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June 6, 2017

By Nancy Gahles, DC, CCH, RSHom(NA), OIM

June 05, 2017

(published Natural Medicine Journal 6/6/17)

New York State finally got on board with offering another alternative to the chronic pain dilemma. Chronic pain is now a qualifying condition for the New York State medical cannabis program. New York’s program1 began in 2016 and has been grossly underutilized largely due to the glaring omission of one of the most prevalent conditions, chronic pain.

When the program was first announced, optimism loomed large as initial estimates for the number of people who would benefit from the program were somewhere between 200,000 and 400,000. To date only 15,000 patients and 911 registered practitioners are part of the program in New York State. This is due, in part, to Gov. Cuomo’s efforts to severely curtail access to medical cannabis based on qualifying conditions. Now that chronic pain is a qualifying condition, perhaps there will be a shift in usage of New York’s program.

There is an ever-growing body...

Women in Pain

published in IntergrativePractitioner.com

“There seems to be an ‘Oh she’s so neurotic’ attitude towards female chronic pain patients,” is how one woman described her experience with the healthcare system.

“I have seen many doctors...for my back pain and migraines and find that many of those doctors treat women as simple or stupid and direct questions or directions to male partners or friends,” wrote another woman.  These are responses from an online survey

conducted by National Pain Report and For Grace, a non-profit foundation.

According to their survey, over 90% of women with chronic pain feel the healthcare system discriminates against female patients.  The survey found that 84% feel they  have been treated differently by doctors because of their sex and 65% feel doctors take them less seriously because they are females.

Chronic pain conditions in women, more often than not, are multifactorial in expression.

The National Pain Report adds comments like these from the sur...

Self Worth Award at Graduation

My office is rife this month with patients exhibiting anticipation anxieties about what college accepted them or rejected them (their hopes are dashed forever!), what classes they failed, how well they performed, and how are they positioned for success in the future?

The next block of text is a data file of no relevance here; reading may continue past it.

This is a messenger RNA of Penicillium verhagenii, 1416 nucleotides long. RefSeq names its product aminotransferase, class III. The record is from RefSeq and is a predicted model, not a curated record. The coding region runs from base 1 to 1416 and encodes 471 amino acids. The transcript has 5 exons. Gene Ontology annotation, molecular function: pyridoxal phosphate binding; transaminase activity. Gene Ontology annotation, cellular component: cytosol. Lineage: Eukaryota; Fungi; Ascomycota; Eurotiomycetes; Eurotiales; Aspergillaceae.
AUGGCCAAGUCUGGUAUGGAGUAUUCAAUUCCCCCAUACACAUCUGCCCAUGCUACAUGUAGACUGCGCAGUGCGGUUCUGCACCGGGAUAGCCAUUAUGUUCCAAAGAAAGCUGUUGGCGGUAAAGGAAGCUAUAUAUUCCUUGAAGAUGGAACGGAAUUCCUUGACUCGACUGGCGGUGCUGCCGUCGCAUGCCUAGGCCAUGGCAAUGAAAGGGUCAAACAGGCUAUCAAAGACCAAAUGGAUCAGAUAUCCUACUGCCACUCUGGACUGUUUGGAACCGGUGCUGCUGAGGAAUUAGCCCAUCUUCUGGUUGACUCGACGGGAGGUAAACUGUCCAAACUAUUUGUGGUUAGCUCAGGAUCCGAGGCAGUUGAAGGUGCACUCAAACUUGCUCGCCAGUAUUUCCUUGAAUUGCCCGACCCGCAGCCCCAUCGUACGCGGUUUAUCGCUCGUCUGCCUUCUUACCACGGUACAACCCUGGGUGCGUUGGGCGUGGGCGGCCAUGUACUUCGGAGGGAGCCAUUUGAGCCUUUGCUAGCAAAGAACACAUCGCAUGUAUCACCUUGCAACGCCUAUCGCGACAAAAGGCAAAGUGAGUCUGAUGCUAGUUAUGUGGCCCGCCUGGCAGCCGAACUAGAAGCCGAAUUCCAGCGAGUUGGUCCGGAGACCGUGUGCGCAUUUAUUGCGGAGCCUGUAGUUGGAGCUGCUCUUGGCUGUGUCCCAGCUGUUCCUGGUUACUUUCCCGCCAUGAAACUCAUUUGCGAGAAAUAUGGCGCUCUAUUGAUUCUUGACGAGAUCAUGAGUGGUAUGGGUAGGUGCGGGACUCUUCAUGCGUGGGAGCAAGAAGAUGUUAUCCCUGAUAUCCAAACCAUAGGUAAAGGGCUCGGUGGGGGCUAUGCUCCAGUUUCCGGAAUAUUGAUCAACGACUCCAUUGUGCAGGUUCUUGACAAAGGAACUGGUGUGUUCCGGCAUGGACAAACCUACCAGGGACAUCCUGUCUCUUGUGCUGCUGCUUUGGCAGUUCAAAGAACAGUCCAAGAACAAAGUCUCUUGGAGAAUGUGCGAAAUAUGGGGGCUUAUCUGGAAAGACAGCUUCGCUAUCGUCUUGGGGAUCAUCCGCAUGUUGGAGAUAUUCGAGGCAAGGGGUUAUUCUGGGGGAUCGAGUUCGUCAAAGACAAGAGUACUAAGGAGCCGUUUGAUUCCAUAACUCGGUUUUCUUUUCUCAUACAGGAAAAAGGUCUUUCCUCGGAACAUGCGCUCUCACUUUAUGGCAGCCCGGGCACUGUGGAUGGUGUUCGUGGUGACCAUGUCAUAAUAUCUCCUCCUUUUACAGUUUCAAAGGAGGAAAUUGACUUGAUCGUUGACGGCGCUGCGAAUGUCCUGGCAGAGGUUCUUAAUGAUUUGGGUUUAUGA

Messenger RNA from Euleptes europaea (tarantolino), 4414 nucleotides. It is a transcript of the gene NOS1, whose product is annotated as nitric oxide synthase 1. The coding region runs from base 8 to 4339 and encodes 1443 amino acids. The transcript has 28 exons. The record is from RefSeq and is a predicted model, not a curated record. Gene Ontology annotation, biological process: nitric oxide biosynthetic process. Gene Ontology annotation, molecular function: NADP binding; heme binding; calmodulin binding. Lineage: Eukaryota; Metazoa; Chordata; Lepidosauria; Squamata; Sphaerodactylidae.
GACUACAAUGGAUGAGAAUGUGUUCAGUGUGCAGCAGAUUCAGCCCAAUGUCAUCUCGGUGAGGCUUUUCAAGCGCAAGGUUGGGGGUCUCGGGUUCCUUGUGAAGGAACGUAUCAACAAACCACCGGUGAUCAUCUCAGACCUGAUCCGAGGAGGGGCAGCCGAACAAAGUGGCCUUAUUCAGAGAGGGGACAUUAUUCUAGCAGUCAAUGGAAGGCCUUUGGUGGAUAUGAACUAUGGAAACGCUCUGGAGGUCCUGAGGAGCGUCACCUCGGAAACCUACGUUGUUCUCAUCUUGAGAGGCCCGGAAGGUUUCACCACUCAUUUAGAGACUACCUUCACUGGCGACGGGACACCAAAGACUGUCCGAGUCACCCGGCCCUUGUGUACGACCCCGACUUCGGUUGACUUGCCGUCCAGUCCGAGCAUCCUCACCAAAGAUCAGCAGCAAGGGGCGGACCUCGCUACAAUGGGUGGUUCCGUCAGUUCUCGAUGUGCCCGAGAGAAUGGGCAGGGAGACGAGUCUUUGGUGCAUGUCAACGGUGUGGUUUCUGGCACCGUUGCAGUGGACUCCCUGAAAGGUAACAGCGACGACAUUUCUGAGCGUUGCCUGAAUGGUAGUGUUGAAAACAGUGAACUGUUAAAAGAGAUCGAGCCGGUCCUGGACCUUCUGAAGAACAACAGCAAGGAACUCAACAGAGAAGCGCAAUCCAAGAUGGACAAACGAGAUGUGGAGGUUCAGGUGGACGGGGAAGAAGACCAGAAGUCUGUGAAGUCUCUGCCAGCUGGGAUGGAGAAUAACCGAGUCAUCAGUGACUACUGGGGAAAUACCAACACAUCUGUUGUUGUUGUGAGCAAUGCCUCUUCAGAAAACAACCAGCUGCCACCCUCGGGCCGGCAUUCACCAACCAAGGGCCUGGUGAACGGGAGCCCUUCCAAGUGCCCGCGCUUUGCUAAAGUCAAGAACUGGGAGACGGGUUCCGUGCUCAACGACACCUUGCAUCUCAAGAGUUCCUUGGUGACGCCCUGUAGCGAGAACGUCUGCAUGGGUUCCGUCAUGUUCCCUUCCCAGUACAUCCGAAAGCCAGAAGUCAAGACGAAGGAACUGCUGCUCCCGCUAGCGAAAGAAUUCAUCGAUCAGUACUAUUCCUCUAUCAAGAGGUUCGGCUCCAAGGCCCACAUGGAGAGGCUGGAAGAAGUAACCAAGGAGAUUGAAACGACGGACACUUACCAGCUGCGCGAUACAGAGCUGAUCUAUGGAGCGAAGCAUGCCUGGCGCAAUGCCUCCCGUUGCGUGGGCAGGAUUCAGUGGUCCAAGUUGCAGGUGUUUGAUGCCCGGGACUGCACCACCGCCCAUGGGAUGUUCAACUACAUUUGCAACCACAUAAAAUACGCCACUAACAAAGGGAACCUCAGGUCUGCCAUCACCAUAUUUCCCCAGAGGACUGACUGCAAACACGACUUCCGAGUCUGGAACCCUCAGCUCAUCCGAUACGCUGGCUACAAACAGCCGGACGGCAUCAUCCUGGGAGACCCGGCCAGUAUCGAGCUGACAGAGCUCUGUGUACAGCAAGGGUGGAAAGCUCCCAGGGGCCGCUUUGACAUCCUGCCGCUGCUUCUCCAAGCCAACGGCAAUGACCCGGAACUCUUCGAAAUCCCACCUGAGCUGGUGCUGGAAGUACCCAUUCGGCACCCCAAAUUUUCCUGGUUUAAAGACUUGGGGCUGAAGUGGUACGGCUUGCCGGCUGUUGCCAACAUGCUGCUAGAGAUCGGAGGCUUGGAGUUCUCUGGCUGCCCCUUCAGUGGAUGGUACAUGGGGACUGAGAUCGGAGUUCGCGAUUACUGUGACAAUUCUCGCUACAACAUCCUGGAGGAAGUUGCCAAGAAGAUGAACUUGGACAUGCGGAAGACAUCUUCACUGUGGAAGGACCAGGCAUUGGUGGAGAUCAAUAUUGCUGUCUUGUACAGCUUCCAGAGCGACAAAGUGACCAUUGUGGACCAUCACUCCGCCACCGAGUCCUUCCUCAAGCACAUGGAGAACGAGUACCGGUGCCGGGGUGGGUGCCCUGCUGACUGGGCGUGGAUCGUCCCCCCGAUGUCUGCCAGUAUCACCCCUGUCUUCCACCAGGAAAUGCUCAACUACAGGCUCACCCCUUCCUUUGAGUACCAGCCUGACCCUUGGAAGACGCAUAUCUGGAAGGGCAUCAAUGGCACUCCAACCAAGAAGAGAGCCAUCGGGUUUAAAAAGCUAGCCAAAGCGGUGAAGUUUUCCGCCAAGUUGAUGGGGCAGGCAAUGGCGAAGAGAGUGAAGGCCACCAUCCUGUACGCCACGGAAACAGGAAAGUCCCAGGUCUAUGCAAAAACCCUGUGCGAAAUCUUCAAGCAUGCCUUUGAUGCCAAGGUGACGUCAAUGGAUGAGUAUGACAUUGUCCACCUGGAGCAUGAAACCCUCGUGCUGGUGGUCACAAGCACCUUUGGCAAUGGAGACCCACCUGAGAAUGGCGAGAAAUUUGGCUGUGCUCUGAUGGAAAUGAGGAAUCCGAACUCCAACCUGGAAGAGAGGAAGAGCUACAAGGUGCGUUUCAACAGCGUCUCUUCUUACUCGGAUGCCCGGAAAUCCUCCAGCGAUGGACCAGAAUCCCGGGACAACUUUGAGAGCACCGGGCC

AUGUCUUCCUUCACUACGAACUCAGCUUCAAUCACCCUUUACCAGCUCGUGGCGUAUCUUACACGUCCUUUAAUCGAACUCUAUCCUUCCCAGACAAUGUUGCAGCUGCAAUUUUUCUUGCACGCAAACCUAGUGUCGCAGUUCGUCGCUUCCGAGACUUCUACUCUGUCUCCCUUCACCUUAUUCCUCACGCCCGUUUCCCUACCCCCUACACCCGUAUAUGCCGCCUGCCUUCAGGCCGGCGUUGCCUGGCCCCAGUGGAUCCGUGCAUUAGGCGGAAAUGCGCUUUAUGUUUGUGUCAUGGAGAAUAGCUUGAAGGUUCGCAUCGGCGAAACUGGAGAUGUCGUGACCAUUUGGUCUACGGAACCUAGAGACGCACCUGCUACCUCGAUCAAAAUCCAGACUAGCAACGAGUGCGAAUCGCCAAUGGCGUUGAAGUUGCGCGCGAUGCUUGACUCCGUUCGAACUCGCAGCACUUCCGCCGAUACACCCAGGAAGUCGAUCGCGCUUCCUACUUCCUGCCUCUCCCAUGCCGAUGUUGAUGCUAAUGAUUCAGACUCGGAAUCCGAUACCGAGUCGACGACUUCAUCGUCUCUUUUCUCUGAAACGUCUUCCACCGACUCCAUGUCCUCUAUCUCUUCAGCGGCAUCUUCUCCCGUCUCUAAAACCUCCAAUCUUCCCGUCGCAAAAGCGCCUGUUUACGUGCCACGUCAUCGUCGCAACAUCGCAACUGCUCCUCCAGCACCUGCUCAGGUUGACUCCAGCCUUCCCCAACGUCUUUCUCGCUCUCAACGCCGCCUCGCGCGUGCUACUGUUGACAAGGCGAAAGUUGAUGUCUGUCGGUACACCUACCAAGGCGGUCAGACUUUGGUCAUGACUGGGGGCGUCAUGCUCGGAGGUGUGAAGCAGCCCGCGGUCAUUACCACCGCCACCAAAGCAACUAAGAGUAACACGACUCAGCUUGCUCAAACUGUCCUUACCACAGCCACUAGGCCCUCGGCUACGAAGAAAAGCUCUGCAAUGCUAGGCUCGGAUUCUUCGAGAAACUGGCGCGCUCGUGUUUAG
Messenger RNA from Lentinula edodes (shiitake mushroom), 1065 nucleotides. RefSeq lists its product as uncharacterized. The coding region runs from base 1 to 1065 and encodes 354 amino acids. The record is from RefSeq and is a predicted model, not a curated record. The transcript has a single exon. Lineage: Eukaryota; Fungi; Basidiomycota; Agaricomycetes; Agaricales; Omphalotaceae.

The sea of despair, the self-accusations, the diminution of inherent self-worth hangs in the balance of the student’s final report card. It appears that the cultivation of innate self-worth through other means has not been deemed worthy in our culture. The price tag on education is a functional reality and a concomitant pathology.

The range of symptoms that accompany the self-worth crisis are as diverse as the person. There are those whose emotions are felt in the stomach who exhibit IBS, cyclic vomiting syndrome and recurrent stomach “viruses”. Tension headaches and musculoskeletal complaints are manifested in those who stiffen up in the face of the perceived stress. Performance anxiety, ailmen...

June 6, 2017

BY LIZ SEEGERT | JUNE 1, 2017

Liz Seegert (@lseegert), is AHCJ’s topic editor on aging. Her work has appeared in Kaiser Health News, The Atlantic.com, New America Media, AARP.com and other outlets. She is a senior fellow at the Center for Health, Media & Policy at Hunter College in New York City, and co-produces HealthStyles for WBAI-FM/Pacifica Radio.

View all posts by Liz Seegert →

PHOTO: FRANKIELEON VIA FLICKR

Too many physicians are prescribing opioid medications for hospitalized older adults who may not need them. A new study found that one-third of 10,000 older patients were prescribed opioid pain medications, including Percocet and OxyContin, while hospitalized for non-surgical conditions.

These patients had a longer length of stay (six days vs. four) and were more often readmitted within 30 days. They were also more likely to be restrained or have bladder catheters while hospitalized, according to the retrospective analysis.

Opioid use is particularly common in el...

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